For the second day, drug traffickers have ordered a curfew with shops and schools closed in one of Rio de Janeiro’s biggest favelas on Friday, reasserting their control and highlighting the long-term challenges the city faces in maintaining security and order in the lead up to the Olympics and the World Cup.
Police and traffickers had been exchanging fire for several nights in Complexo Alemão in the Northern Zone of Rio de Janeiro, when messengers on motorbikes began crisscrossing the area on Thursday night imposing a curfew, ordering shops to be closed and preventing over 11,000 students from attending school.
Clashes with police and drug lord imposed curfews like these used to be commonplace in favelas around Rio before the city began its ambitious long-term campaign to “pacify” its long neglected favelas, asserting government control and bringing in much needed services. Complexo Alemao one of Rio’s largest slums with over 60,000 residents, was “pacified” in November of 2010, in a violent and dramatic series of conflicts between Brazilian forces and narco-traffickers who had taken refuge in the sprawling hillside neighborhood. By December, it was officially on the list of communities back under the Brazilian rule of law, but the reality is more complex. Residents are reticent to speak on the record, but off the record they’ll tell you that the traffickers still hold considerable sway from the shadows in their communities.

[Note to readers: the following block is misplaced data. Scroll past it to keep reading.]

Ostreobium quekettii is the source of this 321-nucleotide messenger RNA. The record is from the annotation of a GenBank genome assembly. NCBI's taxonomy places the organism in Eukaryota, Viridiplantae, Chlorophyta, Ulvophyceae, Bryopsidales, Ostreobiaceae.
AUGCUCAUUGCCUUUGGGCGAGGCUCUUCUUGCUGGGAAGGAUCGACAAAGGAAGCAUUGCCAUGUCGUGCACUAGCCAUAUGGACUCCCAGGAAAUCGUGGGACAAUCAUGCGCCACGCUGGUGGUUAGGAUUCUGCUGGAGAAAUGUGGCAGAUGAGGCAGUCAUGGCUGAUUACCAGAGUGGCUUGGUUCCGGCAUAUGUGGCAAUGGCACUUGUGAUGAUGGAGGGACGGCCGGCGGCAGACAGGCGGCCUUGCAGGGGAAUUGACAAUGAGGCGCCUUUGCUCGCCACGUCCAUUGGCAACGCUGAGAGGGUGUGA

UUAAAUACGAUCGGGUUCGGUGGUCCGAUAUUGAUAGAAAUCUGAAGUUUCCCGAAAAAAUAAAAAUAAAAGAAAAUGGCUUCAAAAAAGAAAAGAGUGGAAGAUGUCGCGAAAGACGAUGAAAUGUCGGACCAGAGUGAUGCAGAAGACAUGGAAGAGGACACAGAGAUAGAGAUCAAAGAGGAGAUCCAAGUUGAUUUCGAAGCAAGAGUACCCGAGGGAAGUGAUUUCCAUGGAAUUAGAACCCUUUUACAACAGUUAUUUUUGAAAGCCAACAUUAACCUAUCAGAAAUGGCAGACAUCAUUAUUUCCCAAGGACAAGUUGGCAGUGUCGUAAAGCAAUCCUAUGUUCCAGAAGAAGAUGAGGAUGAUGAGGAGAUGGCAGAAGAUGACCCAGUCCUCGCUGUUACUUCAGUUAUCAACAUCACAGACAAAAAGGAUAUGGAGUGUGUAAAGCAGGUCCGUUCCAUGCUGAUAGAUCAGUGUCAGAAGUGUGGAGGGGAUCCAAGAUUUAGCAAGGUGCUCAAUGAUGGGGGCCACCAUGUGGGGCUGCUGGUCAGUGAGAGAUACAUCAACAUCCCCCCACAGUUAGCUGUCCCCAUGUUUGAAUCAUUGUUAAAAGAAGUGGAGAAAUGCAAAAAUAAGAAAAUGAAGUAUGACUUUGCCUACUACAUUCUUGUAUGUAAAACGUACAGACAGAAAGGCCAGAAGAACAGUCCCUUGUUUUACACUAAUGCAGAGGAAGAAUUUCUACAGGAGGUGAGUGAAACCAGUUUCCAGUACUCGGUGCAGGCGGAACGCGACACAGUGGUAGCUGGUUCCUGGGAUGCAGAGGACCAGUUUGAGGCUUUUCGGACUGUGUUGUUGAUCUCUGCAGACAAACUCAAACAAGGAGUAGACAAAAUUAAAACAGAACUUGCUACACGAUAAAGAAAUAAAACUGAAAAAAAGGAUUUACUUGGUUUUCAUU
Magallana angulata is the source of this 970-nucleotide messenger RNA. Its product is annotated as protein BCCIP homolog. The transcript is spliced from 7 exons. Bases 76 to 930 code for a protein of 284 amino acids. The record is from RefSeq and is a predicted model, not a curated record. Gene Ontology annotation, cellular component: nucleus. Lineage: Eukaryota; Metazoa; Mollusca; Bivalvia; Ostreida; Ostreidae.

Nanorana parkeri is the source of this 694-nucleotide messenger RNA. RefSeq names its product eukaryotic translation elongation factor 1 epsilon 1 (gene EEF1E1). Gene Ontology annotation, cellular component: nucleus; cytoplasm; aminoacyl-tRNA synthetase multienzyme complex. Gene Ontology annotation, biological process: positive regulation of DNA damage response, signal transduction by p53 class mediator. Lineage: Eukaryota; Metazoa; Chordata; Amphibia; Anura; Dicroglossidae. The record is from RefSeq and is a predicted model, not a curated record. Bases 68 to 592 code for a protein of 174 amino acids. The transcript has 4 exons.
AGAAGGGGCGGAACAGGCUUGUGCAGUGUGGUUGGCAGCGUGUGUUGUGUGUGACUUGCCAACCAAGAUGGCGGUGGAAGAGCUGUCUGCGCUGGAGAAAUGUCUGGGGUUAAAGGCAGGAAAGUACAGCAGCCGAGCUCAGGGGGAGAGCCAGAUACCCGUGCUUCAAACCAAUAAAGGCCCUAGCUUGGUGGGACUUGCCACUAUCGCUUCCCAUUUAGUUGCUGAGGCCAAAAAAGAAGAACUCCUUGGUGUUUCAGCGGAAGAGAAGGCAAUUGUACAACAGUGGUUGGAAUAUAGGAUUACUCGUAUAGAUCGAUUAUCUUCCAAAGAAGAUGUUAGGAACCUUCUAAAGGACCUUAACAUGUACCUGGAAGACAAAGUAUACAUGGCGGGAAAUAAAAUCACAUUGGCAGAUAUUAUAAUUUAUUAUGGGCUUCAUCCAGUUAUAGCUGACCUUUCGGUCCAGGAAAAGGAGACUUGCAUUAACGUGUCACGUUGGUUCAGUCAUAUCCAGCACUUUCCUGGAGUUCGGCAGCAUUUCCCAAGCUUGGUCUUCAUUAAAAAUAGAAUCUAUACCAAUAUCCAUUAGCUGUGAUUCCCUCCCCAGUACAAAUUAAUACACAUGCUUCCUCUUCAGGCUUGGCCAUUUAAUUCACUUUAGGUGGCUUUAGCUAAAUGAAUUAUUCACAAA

Since the campaign for pacification began in 2008 the number of homicides in favelas in Rio has decreased dramatically and the government has been slowly improving government services in pacified areas. But many residents are skeptical of government presence. They are doubtful whether the government will stay after the Olympics of 2016, and resentful of what they say are “arbitrary and indiscriminate” infringements on their liberty by police forces. They are afraid to report crimes for fear of retribution from traffickers, and lack lack faith in the follow-through by police. As a result, there is often a sort of power vacuum in which the brutal mafia justice of the drug lords has receded, but real law and order has yet to take deep root.
These kinds of reassertions of trafficker violence only serve to undermine residents’ faith in the government’s ability to truly change the favelas. But Paulo Henrique Moraes, coordinator of the Pacification Police in Complexo Alemão, says the UPP has been “quite effective” and that this is only “another expression of discontent by a few recalcitrant drug traffickers” who are trying in any way they still can “to show their presence”.
The challenge for the government is to show residents that citizen’s safety and liberty are their top priorities and that these occasional outbreaks of violence are not signs of trafficker’s resurgent power or a return to the violence of years past.